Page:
Mathematics Stack Exchange is a question and answer site for people studying math at any level and professionals in related fields. Join them; it only takes a minute:

Sign up
Here's how it works:
  1. Anybody can ask a question
  2. Anybody can answer
  3. The best answers are voted up and rise to the top

Let $\mathbb F$ be a finite field of order $q=p^k$, where $p$ is an odd prime number. For an element $a\in\mathbb F$ how can we count the m-th roots of $a$? That is, the number of solutions of the equation $$x^m=a$$

Suppose that $a\neq 0$.

share|cite|improve this question
up vote 3 down vote accepted

The multiplicative group of $\mathbb F$ is cyclic of order $q-1$, and as already pointed out by DonAntonio, all solutions of $x^m=a$ can be obtained from any fixed solution by multiplying it by all $m$th roots of unity in $\mathbb F$. This implies:

  • If there is at least one solution, the total number of solutions is the number of $m$th roots of unity in $\mathbb F$, which is $$\gcd(m,q-1).$$
  • In order to determine whether the equation has a solution, let $r$ be the multiplicative order of $a$ (i.e., the least $r$ such that $a^r=1$). Then $x^m=a$ is solvable iff $$\gcd(m,q-1)\mid\frac{q-1}r.$$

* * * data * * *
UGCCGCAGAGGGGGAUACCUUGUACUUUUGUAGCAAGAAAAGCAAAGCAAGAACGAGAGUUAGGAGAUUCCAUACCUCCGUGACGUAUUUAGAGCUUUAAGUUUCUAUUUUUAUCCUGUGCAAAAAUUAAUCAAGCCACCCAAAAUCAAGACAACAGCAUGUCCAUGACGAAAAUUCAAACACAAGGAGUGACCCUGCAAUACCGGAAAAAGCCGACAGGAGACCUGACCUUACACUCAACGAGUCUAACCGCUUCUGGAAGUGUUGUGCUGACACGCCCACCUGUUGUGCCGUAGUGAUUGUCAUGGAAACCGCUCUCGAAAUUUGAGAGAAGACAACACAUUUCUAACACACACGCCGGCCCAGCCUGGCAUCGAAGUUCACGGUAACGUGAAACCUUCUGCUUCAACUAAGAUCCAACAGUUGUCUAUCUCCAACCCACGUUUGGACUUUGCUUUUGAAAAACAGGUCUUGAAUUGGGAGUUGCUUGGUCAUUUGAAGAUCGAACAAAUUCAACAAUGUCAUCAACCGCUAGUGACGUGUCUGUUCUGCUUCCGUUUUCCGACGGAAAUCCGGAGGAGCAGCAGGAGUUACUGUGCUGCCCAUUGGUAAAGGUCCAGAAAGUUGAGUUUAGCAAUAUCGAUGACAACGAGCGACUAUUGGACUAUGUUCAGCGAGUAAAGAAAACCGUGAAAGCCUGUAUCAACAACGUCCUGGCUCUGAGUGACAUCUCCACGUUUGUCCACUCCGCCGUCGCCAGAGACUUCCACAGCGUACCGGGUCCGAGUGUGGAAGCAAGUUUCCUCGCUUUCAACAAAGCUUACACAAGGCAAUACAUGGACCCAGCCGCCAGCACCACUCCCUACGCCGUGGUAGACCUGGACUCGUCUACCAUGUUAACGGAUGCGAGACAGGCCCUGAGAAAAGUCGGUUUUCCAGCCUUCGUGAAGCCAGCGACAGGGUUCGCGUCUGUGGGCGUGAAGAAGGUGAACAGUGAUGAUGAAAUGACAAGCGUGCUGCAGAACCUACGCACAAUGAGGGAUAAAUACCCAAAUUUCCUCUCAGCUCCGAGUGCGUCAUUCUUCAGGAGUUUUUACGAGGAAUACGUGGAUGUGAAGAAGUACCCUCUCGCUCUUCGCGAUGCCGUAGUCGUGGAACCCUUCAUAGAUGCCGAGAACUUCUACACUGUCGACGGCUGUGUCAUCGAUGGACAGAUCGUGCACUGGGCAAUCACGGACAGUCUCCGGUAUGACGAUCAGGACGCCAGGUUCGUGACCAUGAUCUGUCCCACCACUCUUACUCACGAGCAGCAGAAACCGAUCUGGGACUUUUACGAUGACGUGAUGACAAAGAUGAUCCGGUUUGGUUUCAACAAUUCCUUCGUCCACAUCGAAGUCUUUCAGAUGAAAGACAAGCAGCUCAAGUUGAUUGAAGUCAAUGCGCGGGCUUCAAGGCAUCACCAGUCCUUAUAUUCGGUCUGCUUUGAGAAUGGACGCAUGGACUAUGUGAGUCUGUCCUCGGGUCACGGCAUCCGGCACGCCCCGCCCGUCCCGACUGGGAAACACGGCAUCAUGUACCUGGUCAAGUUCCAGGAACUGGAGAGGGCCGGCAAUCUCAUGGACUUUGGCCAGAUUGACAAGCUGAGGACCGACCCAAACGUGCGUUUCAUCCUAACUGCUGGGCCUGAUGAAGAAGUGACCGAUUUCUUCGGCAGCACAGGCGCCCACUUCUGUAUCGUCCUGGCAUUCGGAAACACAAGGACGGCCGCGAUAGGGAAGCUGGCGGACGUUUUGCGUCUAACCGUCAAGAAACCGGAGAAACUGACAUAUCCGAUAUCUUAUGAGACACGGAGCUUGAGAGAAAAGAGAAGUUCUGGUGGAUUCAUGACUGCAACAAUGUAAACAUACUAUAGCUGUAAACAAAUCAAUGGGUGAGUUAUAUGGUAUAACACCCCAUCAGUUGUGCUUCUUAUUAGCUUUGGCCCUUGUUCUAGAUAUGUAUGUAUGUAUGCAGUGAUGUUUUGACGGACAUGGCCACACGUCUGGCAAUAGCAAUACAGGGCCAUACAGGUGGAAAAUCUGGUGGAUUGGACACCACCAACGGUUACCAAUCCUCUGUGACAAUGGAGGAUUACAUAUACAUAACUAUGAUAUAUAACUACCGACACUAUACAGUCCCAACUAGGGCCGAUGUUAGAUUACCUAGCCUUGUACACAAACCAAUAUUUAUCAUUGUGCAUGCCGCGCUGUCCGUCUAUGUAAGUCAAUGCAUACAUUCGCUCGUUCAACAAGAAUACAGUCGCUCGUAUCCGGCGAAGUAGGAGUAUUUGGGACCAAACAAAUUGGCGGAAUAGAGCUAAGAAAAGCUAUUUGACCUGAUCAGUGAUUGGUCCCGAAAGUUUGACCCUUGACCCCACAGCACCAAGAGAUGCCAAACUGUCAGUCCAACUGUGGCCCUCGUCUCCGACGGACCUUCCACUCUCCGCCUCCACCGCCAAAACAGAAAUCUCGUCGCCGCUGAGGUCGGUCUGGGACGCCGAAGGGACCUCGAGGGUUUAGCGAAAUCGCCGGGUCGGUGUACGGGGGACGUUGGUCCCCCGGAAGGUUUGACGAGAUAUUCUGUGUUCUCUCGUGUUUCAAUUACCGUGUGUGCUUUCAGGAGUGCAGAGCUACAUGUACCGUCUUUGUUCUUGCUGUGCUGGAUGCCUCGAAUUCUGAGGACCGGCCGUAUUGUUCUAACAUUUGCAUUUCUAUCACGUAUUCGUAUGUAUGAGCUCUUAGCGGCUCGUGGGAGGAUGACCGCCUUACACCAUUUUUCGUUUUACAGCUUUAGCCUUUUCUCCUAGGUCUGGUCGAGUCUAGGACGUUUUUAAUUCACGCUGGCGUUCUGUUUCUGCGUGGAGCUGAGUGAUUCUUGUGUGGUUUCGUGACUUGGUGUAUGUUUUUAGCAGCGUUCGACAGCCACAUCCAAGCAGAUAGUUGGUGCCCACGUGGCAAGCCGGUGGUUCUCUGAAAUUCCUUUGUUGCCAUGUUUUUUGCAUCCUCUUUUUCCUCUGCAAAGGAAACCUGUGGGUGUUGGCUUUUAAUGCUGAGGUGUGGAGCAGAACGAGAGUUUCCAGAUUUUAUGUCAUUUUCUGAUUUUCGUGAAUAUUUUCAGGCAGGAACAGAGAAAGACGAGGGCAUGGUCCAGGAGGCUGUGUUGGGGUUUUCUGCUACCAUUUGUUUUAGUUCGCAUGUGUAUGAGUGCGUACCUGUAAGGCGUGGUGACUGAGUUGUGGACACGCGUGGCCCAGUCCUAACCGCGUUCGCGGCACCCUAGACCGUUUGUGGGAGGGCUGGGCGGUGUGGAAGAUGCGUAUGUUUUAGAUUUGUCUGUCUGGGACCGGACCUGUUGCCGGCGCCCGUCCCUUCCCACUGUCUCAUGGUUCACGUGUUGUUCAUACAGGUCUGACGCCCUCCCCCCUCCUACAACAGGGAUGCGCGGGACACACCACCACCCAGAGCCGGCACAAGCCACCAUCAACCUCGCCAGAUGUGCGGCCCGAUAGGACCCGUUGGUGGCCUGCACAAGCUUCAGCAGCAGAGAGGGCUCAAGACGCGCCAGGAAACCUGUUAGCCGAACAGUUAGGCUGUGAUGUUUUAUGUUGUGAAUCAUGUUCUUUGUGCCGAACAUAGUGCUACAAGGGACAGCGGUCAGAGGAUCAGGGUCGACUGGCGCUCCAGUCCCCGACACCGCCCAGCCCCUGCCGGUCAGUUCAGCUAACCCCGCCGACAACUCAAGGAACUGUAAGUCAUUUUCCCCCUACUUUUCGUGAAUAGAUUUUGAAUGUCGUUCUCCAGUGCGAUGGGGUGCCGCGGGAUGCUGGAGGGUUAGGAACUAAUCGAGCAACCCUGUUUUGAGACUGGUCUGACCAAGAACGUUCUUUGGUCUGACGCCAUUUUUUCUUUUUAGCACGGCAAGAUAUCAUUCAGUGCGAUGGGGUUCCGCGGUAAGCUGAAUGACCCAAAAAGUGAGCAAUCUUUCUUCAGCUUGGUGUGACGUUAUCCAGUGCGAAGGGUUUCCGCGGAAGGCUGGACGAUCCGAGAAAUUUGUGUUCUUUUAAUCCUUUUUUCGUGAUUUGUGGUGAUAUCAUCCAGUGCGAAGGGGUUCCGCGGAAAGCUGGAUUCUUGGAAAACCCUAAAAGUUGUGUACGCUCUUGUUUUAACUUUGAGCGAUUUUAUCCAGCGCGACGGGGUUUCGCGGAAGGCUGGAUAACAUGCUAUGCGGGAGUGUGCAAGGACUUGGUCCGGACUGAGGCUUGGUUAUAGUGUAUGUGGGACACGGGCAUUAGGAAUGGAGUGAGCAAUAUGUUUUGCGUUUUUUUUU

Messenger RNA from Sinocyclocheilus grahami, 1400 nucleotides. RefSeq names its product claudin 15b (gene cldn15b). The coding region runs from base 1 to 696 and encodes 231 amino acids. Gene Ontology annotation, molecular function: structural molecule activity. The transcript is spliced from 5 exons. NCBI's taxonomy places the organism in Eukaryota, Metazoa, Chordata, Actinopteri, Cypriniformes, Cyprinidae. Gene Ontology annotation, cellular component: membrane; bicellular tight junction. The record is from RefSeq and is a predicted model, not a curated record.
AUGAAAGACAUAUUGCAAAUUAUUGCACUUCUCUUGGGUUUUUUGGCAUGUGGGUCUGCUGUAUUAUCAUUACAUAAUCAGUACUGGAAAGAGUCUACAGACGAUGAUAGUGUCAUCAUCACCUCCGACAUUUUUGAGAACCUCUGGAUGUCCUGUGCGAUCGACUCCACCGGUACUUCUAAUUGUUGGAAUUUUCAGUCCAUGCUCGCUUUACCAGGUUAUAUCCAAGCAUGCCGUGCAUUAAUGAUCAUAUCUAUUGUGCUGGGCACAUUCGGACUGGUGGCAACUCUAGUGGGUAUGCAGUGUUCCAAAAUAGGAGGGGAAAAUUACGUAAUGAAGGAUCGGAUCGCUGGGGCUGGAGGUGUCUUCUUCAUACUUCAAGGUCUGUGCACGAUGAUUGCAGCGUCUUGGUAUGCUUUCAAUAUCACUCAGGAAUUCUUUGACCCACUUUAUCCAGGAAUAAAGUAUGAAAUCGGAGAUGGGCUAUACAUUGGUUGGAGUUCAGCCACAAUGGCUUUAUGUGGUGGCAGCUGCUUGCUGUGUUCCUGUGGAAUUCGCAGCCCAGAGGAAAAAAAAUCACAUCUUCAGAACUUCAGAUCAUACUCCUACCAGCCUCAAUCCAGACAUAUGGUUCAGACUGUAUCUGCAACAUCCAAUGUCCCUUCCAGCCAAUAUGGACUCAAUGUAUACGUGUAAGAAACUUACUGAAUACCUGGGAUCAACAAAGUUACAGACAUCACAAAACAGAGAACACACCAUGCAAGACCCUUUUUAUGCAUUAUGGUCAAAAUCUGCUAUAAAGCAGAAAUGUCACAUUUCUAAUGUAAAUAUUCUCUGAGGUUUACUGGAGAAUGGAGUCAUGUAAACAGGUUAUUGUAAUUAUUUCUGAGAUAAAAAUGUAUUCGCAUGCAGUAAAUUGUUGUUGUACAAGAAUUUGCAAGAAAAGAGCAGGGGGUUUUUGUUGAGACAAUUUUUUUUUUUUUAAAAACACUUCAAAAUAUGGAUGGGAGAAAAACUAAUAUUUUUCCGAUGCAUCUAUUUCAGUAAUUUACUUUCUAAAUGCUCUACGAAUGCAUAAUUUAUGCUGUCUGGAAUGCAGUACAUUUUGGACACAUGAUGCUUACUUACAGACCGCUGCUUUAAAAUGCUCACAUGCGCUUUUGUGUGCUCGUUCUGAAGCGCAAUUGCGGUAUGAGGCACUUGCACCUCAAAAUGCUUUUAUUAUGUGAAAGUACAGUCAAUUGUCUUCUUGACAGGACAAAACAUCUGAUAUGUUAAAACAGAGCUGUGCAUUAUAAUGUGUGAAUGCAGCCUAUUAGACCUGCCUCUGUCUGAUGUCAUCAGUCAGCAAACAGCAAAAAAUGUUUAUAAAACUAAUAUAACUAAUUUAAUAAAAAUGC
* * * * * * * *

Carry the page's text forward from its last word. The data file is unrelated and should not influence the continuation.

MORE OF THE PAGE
share|cite|improve this answer
The criterion for solvability can be written more consisely as $a^{(q-1)/\gcd(m,q-1)}=1$. – Emil Jeřábek Jan 14 '13 at 16:40

As in any other field, if $\,\alpha\,$ is a root, i.e. $\,\alpha^m=a\,$ ,then all the roots are $\,\alpha\, w^k\,,\,k=0,1,...,m-1\,$ , where $\,w\,$ is a primitive $\,m-$th root of unity: $\,w^m=1\,\,\,,\,\,w^t\neq 1\,\,,\,\forall\,0\leq t<m\,$ .

I don't think something in general can be said: it'll depend on $\,a\,\,,\,\operatorname{char}\Bbb F$\, and on $\,m\,$ , though it can be divided in cases.

share|cite|improve this answer

Your Answer


By posting your answer, you agree to the privacy policy and terms of service.

Not the answer you're looking for? Browse other questions tagged or ask your own question.